Modeled on Japanese internment, Muslim registry opens old wounds

Recently, I read Bay Area-born writer Julie Otsuko’s exquisitely framed novel, “The Buddha in the Attic,” about Japanese “picture brides,” in a single sitting. (It’s all of 144 pages.) The story, a combination of poetry and prose, uniquely narrated in the first-person plural, laid out the challenges of immigrant life in pre-World War II America, with its increasing estrangement of colored communities, races and ethnicities. While being the second of her novels, Otsuka shaped it as a prequel to her previous novel, “When the Emperor was Divine,” which detailed a riveting and heart-rending account of her own family’s internment experience with poignant clarity. Both novels call attention to what were the overriding racial resentments of the times and the wounds it gouged in our collective psyches.

After the recent elections, what seemed like a dark historical account from our past seems all too plausible once again. History is no lesson.

There have been suggestions and rumors that President-elect Donald Trump’s transition advisers have been tossing around the idea of a Muslim registry. Kris Kobach, immigration adviser to Trump, talked about a database of Muslim noncitizens. Carl Higbie, an ex-Navy Seal and Trump supporter, called the idea of a database “legal” and declared that it “will hold constitutional muster.” In an interview with Fox’s Megyn Kelly, Higbie implied that the Japanese internment experience could be used as a precedent.

In an email to Democratic party members, actor and activist George Takei responded to the Trump team’s idea of a registry, modeled on the internment of Japanese-Americans, with outrage.

“I remember the tears streaming down my mother’s face as we were torn away from our home,” Takei wrote, in parts pleading and urging readers to take action, for “this is not who we are.”

So the question arises: Who are we, San Francisco?

Certainly, if we look at The City’s history, our own leaders and officers have not been exempt from politicizing racial bigotry. Take the case of James Duvall Phelan, who was elected three times and served as the Mayor of San Francisco from 1897 to 1902. Mayor Phelan, a Democrat, was passionate about his various causes, many of them worthwhile. One of them, though, was the exclusion of “Orientals.”

In 1901, Phelan wrote an article published in the North American Review, titled “Why the Chinese Should Be Excluded.” In San Francisco, only 224 votes were cast in favor of Chinese immigration, wrote Phelan, and 41,258 votes against it. He described this as “… the resident population of California, taking the broad ground of self-preservation, refused to suffer themselves to be dispossessed of their inheritance by Chinese coolies.”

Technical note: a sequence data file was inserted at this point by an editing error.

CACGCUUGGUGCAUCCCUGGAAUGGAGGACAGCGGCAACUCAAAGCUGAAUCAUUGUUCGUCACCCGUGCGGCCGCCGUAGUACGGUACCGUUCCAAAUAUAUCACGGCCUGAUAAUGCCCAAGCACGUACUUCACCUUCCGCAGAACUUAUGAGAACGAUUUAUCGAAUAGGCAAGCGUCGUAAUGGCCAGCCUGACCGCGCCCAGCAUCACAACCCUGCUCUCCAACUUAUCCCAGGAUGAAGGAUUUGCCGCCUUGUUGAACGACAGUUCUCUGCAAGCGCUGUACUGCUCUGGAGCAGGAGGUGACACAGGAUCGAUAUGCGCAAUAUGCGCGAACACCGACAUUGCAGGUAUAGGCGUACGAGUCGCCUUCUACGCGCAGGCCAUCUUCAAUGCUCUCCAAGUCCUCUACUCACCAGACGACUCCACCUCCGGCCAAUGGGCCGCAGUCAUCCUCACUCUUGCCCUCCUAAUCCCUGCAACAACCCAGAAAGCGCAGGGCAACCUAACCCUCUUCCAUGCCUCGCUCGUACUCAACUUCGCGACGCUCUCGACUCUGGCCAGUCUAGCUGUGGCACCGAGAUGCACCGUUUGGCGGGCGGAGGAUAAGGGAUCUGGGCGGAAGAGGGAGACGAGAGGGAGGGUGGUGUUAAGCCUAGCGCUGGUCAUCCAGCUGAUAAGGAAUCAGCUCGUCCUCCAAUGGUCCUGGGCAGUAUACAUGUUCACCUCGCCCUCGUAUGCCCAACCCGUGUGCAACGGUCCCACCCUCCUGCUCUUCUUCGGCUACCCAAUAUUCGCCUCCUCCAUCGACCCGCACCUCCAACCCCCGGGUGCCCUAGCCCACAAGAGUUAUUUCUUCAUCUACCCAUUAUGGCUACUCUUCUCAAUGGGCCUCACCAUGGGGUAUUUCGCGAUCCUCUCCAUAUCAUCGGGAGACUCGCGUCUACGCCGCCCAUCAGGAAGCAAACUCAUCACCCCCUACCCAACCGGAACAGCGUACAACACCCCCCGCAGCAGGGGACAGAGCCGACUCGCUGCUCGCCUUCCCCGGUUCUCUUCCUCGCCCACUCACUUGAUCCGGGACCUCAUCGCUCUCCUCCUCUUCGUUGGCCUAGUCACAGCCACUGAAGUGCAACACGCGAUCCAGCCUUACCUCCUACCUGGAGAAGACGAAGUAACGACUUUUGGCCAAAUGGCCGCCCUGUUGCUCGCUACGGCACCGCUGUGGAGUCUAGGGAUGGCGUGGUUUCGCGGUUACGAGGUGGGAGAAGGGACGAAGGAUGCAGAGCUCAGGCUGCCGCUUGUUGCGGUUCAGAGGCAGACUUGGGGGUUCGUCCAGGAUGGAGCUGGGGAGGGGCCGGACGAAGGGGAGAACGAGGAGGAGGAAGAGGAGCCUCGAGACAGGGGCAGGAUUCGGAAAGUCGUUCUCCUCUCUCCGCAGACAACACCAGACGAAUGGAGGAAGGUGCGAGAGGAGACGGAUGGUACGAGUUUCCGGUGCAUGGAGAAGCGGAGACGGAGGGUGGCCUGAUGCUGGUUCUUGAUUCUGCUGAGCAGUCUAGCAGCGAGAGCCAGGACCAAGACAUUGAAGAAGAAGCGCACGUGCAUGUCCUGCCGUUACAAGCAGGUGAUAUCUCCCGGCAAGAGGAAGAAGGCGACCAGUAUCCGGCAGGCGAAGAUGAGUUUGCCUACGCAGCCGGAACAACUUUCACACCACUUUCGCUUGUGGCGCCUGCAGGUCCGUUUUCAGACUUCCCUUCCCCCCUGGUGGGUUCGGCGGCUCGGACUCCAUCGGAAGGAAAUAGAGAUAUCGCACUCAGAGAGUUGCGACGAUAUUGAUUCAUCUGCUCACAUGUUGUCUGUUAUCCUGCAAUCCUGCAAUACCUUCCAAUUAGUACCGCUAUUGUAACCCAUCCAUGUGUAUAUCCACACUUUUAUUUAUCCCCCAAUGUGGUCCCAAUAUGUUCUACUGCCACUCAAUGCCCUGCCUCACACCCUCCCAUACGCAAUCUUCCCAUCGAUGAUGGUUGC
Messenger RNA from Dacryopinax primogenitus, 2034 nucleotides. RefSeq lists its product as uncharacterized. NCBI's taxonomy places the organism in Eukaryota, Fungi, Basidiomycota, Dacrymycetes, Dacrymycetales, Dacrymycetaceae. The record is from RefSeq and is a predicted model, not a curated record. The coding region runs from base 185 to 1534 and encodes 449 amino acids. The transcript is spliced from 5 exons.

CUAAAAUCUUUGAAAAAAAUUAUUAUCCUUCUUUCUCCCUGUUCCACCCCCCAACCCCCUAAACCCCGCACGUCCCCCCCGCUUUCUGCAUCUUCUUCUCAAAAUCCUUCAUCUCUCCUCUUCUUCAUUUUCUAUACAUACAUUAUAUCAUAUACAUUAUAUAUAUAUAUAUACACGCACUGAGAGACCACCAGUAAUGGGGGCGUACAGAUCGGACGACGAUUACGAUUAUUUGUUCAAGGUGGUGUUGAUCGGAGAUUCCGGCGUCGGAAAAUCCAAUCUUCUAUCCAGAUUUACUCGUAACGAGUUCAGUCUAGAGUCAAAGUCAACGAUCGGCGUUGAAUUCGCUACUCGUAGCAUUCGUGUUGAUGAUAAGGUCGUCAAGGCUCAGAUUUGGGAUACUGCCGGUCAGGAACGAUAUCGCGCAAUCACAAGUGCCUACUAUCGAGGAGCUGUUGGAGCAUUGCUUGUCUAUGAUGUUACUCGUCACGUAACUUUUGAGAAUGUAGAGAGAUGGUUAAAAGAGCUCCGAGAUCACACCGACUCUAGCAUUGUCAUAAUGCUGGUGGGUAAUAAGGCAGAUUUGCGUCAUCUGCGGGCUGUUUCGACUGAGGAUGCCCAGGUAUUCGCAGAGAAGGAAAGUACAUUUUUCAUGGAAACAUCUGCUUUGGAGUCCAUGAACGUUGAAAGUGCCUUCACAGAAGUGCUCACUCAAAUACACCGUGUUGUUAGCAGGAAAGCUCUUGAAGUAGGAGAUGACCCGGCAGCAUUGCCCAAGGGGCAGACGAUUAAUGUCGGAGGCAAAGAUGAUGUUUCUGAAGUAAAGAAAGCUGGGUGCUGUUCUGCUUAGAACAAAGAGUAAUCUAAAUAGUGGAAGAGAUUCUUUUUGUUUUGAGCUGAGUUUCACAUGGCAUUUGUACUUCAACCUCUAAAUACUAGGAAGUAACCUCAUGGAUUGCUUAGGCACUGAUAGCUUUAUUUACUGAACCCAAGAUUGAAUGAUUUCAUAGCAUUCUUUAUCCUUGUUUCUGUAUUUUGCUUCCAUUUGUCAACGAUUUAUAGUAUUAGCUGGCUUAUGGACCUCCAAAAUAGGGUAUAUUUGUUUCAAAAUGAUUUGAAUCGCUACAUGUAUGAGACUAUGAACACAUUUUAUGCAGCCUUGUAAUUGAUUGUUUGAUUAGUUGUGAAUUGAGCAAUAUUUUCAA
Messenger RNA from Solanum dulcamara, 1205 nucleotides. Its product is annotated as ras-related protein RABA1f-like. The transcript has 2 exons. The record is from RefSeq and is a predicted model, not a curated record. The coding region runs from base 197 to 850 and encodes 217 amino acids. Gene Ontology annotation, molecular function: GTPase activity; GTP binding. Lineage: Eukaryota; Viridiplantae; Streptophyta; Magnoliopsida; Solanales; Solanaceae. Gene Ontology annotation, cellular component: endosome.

Phelan gave voice and wings to the prevailing sentiment at the time, blaming Chinese immigrants for lowering wage levels. If he were alive today, he would probably be taken aback by the fact that since 1998, one out of five startups in the Silicon Valley have been led by Chinese-Americans.

Later, when Phelan was elected to the Senate from California, he launched his anti-Japanese campaign. Testifying in support of the Asian Exclusion Act (part of the Immigration Act of 1924), Phelan deliberately created an atmosphere of mistrust and wariness by questioning the intentions of Japanese who were settling around military and other areas in Hawaii, claiming that “nobody believes for a moment that the Japanese are loyal to the American Flag.”

The Immigration Act of 1924 was signed by President Calvin Coolidge on May 24 of that year. Phelan, and others like him, were convinced that immigrants from Asia did not contribute to the economy, were unable to assimilate and, importantly, would disrupt the racial integrity and homogeneity of the population.

Seventeen years later, after Pearl Harbor was bombed in December 1941, anti-Japanese sentiment was fanned into hysterical hostility by politicians and military leaders with disastrous consequences. John DeWitt was in command of the Fourth Army Headquarters at the Presidio of San Francisco at the time. History holds him responsible for the forced migration of 115,000 Japanese into relocation camps in 1942. He retired from the army with several military honors in 1947.

The Virtual Museum of the City of San Francisco has records on the progress of Japanese internment throughout The City. Much of the rhetoric in newspapers and editorials at the time described California-born Japanese as “dangerous” or “alien enemy.” A familiar rationalization was offered then, too: Considerations of national security must come first.

So, I am moved to ask, is it acceptable to imprison a hundred innocents to catch one criminal?

My intention in opening up these wounds is to remind ourselves that segregating, alienating, recording, identifying and labeling races and religions can have no decent outcome — besides being a bureaucratic drag. If the intention is to keep America safe, let’s pay attention to who buys guns and focus on the travel patterns of individuals, instead of isolating an entire religion, race or people of a particular origin.

Now is the time for Mayor Ed Lee to make a strong statement indicating what he would do if this city were instructed to aid in the compilation of a registry.

And what about us? Will we aid, will we submit, will we fight or will we stand mute and still as witnesses? And will we be left to repeat Otsuko’s powerful summation: “The Japanese have disappeared from our town. Their houses are boarded up and empty now.”

Any kind of estrangement program is anathema to the ideals of this city. It’s time to decide who we are.

Jaya Padmanabhan can be reached at Twitter: @jayapadmanabhan. In Brown Type covers immigrant issues in San Francisco.

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